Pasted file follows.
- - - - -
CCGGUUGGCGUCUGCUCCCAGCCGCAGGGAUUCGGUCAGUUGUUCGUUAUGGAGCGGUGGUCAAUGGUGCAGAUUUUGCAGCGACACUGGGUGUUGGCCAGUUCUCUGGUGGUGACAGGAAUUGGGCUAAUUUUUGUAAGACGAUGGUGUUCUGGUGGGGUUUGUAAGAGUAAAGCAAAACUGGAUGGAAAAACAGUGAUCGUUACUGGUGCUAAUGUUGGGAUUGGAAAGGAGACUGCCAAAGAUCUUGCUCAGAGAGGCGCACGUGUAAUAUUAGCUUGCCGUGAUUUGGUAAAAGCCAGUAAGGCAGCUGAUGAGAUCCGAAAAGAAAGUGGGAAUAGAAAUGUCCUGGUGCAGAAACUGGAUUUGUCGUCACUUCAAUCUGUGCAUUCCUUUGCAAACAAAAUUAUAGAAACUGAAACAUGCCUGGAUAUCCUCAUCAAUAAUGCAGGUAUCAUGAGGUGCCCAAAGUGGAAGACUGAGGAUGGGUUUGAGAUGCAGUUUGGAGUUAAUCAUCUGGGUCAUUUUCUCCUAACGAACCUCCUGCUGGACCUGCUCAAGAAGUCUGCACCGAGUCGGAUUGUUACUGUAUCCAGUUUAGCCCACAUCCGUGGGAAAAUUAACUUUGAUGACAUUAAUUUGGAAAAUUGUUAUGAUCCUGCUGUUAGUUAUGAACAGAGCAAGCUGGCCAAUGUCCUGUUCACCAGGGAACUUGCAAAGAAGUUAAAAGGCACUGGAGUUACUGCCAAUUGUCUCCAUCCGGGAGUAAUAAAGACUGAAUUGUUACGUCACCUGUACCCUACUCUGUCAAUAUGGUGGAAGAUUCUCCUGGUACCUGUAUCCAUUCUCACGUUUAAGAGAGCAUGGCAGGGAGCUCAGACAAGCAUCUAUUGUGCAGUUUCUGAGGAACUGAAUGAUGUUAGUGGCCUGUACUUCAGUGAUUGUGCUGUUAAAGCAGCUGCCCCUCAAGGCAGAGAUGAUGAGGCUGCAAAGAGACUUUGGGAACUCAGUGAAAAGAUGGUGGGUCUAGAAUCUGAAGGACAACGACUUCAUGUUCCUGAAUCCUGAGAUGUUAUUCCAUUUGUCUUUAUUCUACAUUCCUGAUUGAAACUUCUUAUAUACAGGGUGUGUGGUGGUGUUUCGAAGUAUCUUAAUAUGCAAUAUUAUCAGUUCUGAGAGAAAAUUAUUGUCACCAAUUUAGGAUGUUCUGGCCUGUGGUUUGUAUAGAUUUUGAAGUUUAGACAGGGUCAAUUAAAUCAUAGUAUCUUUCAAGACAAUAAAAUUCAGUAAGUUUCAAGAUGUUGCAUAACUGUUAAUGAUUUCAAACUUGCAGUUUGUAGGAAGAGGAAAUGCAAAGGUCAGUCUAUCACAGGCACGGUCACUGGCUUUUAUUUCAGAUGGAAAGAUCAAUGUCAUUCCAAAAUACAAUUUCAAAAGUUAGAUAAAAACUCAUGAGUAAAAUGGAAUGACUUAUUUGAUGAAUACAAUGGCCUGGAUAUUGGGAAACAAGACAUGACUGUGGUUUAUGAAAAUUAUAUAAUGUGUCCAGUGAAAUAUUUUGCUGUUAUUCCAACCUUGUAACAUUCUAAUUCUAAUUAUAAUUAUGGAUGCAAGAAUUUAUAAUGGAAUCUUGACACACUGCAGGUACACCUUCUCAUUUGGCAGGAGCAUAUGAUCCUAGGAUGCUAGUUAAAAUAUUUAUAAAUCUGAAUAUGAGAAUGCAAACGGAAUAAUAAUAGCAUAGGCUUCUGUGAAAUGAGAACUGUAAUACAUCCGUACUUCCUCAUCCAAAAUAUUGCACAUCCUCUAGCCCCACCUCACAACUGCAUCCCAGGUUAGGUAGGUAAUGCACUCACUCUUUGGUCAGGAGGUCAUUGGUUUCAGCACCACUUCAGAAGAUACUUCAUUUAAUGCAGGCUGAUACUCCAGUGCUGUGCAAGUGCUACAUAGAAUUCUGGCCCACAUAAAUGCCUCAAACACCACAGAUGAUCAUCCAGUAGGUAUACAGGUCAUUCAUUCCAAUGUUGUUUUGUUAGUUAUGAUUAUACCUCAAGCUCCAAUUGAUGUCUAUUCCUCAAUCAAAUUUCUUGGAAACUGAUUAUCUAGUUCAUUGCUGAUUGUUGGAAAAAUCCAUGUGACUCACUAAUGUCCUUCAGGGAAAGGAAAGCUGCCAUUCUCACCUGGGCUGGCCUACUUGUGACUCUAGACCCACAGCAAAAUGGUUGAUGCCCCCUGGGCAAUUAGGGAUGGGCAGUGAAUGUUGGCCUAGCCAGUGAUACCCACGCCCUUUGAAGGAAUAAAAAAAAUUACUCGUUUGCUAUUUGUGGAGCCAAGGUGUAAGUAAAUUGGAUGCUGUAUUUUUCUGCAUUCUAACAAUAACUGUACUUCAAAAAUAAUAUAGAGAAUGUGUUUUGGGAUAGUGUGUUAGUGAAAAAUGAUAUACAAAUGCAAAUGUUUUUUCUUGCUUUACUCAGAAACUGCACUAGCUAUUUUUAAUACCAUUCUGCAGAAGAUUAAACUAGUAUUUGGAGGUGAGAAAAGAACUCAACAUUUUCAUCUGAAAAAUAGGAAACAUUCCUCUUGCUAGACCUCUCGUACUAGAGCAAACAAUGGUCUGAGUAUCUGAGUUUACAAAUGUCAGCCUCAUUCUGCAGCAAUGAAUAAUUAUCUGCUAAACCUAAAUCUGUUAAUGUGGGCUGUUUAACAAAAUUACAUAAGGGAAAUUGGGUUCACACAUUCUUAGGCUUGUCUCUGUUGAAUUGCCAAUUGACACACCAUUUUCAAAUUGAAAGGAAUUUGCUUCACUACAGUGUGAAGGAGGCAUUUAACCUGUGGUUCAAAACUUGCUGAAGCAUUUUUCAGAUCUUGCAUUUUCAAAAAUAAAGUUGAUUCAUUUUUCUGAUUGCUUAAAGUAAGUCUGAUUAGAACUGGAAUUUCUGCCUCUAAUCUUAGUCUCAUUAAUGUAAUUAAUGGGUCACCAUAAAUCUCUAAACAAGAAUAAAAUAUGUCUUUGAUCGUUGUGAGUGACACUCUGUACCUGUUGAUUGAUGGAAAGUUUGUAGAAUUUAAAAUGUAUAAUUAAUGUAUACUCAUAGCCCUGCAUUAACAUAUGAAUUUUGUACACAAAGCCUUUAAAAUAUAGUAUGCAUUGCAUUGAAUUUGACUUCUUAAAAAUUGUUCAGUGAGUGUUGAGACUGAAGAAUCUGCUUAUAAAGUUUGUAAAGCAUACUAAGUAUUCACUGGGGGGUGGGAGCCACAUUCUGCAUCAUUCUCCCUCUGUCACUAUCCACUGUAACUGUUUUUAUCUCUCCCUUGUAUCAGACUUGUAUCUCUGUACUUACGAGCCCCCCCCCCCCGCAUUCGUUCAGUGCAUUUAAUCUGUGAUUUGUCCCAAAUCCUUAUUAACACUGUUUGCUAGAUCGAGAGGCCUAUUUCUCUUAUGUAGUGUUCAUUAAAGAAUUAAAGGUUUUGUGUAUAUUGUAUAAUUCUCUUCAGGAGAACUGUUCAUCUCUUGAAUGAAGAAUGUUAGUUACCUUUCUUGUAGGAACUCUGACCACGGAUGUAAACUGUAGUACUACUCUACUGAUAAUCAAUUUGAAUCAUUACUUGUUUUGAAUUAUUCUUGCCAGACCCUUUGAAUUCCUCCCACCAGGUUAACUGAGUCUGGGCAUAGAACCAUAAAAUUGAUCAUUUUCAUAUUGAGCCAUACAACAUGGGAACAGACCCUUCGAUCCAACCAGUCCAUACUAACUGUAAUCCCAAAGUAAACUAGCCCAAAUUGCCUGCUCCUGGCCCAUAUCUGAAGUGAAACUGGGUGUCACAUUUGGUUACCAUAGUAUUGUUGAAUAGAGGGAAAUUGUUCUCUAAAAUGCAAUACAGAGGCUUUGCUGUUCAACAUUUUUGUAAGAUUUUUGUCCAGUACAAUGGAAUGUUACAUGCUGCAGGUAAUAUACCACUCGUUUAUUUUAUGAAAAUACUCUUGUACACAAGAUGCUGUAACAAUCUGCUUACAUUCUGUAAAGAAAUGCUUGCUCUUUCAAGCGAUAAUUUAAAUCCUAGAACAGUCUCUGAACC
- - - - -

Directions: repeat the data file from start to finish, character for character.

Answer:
CCGGUUGGCGUCUGCUCCCAGCCGCAGGGAUUCGGUCAGUUGUUCGUUAUGGAGCGGUGGUCAAUGGUGCAGAUUUUGCAGCGACACUGGGUGUUGGCCAGUUCUCUGGUGGUGACAGGAAUUGGGCUAAUUUUUGUAAGACGAUGGUGUUCUGGUGGGGUUUGUAAGAGUAAAGCAAAACUGGAUGGAAAAACAGUGAUCGUUACUGGUGCUAAUGUUGGGAUUGGAAAGGAGACUGCCAAAGAUCUUGCUCAGAGAGGCGCACGUGUAAUAUUAGCUUGCCGUGAUUUGGUAAAAGCCAGUAAGGCAGCUGAUGAGAUCCGAAAAGAAAGUGGGAAUAGAAAUGUCCUGGUGCAGAAACUGGAUUUGUCGUCACUUCAAUCUGUGCAUUCCUUUGCAAACAAAAUUAUAGAAACUGAAACAUGCCUGGAUAUCCUCAUCAAUAAUGCAGGUAUCAUGAGGUGCCCAAAGUGGAAGACUGAGGAUGGGUUUGAGAUGCAGUUUGGAGUUAAUCAUCUGGGUCAUUUUCUCCUAACGAACCUCCUGCUGGACCUGCUCAAGAAGUCUGCACCGAGUCGGAUUGUUACUGUAUCCAGUUUAGCCCACAUCCGUGGGAAAAUUAACUUUGAUGACAUUAAUUUGGAAAAUUGUUAUGAUCCUGCUGUUAGUUAUGAACAGAGCAAGCUGGCCAAUGUCCUGUUCACCAGGGAACUUGCAAAGAAGUUAAAAGGCACUGGAGUUACUGCCAAUUGUCUCCAUCCGGGAGUAAUAAAGACUGAAUUGUUACGUCACCUGUACCCUACUCUGUCAAUAUGGUGGAAGAUUCUCCUGGUACCUGUAUCCAUUCUCACGUUUAAGAGAGCAUGGCAGGGAGCUCAGACAAGCAUCUAUUGUGCAGUUUCUGAGGAACUGAAUGAUGUUAGUGGCCUGUACUUCAGUGAUUGUGCUGUUAAAGCAGCUGCCCCUCAAGGCAGAGAUGAUGAGGCUGCAAAGAGACUUUGGGAACUCAGUGAAAAGAUGGUGGGUCUAGAAUCUGAAGGACAACGACUUCAUGUUCCUGAAUCCUGAGAUGUUAUUCCAUUUGUCUUUAUUCUACAUUCCUGAUUGAAACUUCUUAUAUACAGGGUGUGUGGUGGUGUUUCGAAGUAUCUUAAUAUGCAAUAUUAUCAGUUCUGAGAGAAAAUUAUUGUCACCAAUUUAGGAUGUUCUGGCCUGUGGUUUGUAUAGAUUUUGAAGUUUAGACAGGGUCAAUUAAAUCAUAGUAUCUUUCAAGACAAUAAAAUUCAGUAAGUUUCAAGAUGUUGCAUAACUGUUAAUGAUUUCAAACUUGCAGUUUGUAGGAAGAGGAAAUGCAAAGGUCAGUCUAUCACAGGCACGGUCACUGGCUUUUAUUUCAGAUGGAAAGAUCAAUGUCAUUCCAAAAUACAAUUUCAAAAGUUAGAUAAAAACUCAUGAGUAAAAUGGAAUGACUUAUUUGAUGAAUACAAUGGCCUGGAUAUUGGGAAACAAGACAUGACUGUGGUUUAUGAAAAUUAUAUAAUGUGUCCAGUGAAAUAUUUUGCUGUUAUUCCAACCUUGUAACAUUCUAAUUCUAAUUAUAAUUAUGGAUGCAAGAAUUUAUAAUGGAAUCUUGACACACUGCAGGUACACCUUCUCAUUUGGCAGGAGCAUAUGAUCCUAGGAUGCUAGUUAAAAUAUUUAUAAAUCUGAAUAUGAGAAUGCAAACGGAAUAAUAAUAGCAUAGGCUUCUGUGAAAUGAGAACUGUAAUACAUCCGUACUUCCUCAUCCAAAAUAUUGCACAUCCUCUAGCCCCACCUCACAACUGCAUCCCAGGUUAGGUAGGUAAUGCACUCACUCUUUGGUCAGGAGGUCAUUGGUUUCAGCACCACUUCAGAAGAUACUUCAUUUAAUGCAGGCUGAUACUCCAGUGCUGUGCAAGUGCUACAUAGAAUUCUGGCCCACAUAAAUGCCUCAAACACCACAGAUGAUCAUCCAGUAGGUAUACAGGUCAUUCAUUCCAAUGUUGUUUUGUUAGUUAUGAUUAUACCUCAAGCUCCAAUUGAUGUCUAUUCCUCAAUCAAAUUUCUUGGAAACUGAUUAUCUAGUUCAUUGCUGAUUGUUGGAAAAAUCCAUGUGACUCACUAAUGUCCUUCAGGGAAAGGAAAGCUGCCAUUCUCACCUGGGCUGGCCUACUUGUGACUCUAGACCCACAGCAAAAUGGUUGAUGCCCCCUGGGCAAUUAGGGAUGGGCAGUGAAUGUUGGCCUAGCCAGUGAUACCCACGCCCUUUGAAGGAAUAAAAAAAAUUACUCGUUUGCUAUUUGUGGAGCCAAGGUGUAAGUAAAUUGGAUGCUGUAUUUUUCUGCAUUCUAACAAUAACUGUACUUCAAAAAUAAUAUAGAGAAUGUGUUUUGGGAUAGUGUGUUAGUGAAAAAUGAUAUACAAAUGCAAAUGUUUUUUCUUGCUUUACUCAGAAACUGCACUAGCUAUUUUUAAUACCAUUCUGCAGAAGAUUAAACUAGUAUUUGGAGGUGAGAAAAGAACUCAACAUUUUCAUCUGAAAAAUAGGAAACAUUCCUCUUGCUAGACCUCUCGUACUAGAGCAAACAAUGGUCUGAGUAUCUGAGUUUACAAAUGUCAGCCUCAUUCUGCAGCAAUGAAUAAUUAUCUGCUAAACCUAAAUCUGUUAAUGUGGGCUGUUUAACAAAAUUACAUAAGGGAAAUUGGGUUCACACAUUCUUAGGCUUGUCUCUGUUGAAUUGCCAAUUGACACACCAUUUUCAAAUUGAAAGGAAUUUGCUUCACUACAGUGUGAAGGAGGCAUUUAACCUGUGGUUCAAAACUUGCUGAAGCAUUUUUCAGAUCUUGCAUUUUCAAAAAUAAAGUUGAUUCAUUUUUCUGAUUGCUUAAAGUAAGUCUGAUUAGAACUGGAAUUUCUGCCUCUAAUCUUAGUCUCAUUAAUGUAAUUAAUGGGUCACCAUAAAUCUCUAAACAAGAAUAAAAUAUGUCUUUGAUCGUUGUGAGUGACACUCUGUACCUGUUGAUUGAUGGAAAGUUUGUAGAAUUUAAAAUGUAUAAUUAAUGUAUACUCAUAGCCCUGCAUUAACAUAUGAAUUUUGUACACAAAGCCUUUAAAAUAUAGUAUGCAUUGCAUUGAAUUUGACUUCUUAAAAAUUGUUCAGUGAGUGUUGAGACUGAAGAAUCUGCUUAUAAAGUUUGUAAAGCAUACUAAGUAUUCACUGGGGGGUGGGAGCCACAUUCUGCAUCAUUCUCCCUCUGUCACUAUCCACUGUAACUGUUUUUAUCUCUCCCUUGUAUCAGACUUGUAUCUCUGUACUUACGAGCCCCCCCCCCCCGCAUUCGUUCAGUGCAUUUAAUCUGUGAUUUGUCCCAAAUCCUUAUUAACACUGUUUGCUAGAUCGAGAGGCCUAUUUCUCUUAUGUAGUGUUCAUUAAAGAAUUAAAGGUUUUGUGUAUAUUGUAUAAUUCUCUUCAGGAGAACUGUUCAUCUCUUGAAUGAAGAAUGUUAGUUACCUUUCUUGUAGGAACUCUGACCACGGAUGUAAACUGUAGUACUACUCUACUGAUAAUCAAUUUGAAUCAUUACUUGUUUUGAAUUAUUCUUGCCAGACCCUUUGAAUUCCUCCCACCAGGUUAACUGAGUCUGGGCAUAGAACCAUAAAAUUGAUCAUUUUCAUAUUGAGCCAUACAACAUGGGAACAGACCCUUCGAUCCAACCAGUCCAUACUAACUGUAAUCCCAAAGUAAACUAGCCCAAAUUGCCUGCUCCUGGCCCAUAUCUGAAGUGAAACUGGGUGUCACAUUUGGUUACCAUAGUAUUGUUGAAUAGAGGGAAAUUGUUCUCUAAAAUGCAAUACAGAGGCUUUGCUGUUCAACAUUUUUGUAAGAUUUUUGUCCAGUACAAUGGAAUGUUACAUGCUGCAGGUAAUAUACCACUCGUUUAUUUUAUGAAAAUACUCUUGUACACAAGAUGCUGUAACAAUCUGCUUACAUUCUGUAAAGAAAUGCUUGCUCUUUCAAGCGAUAAUUUAAAUCCUAGAACAGUCUCUGAACC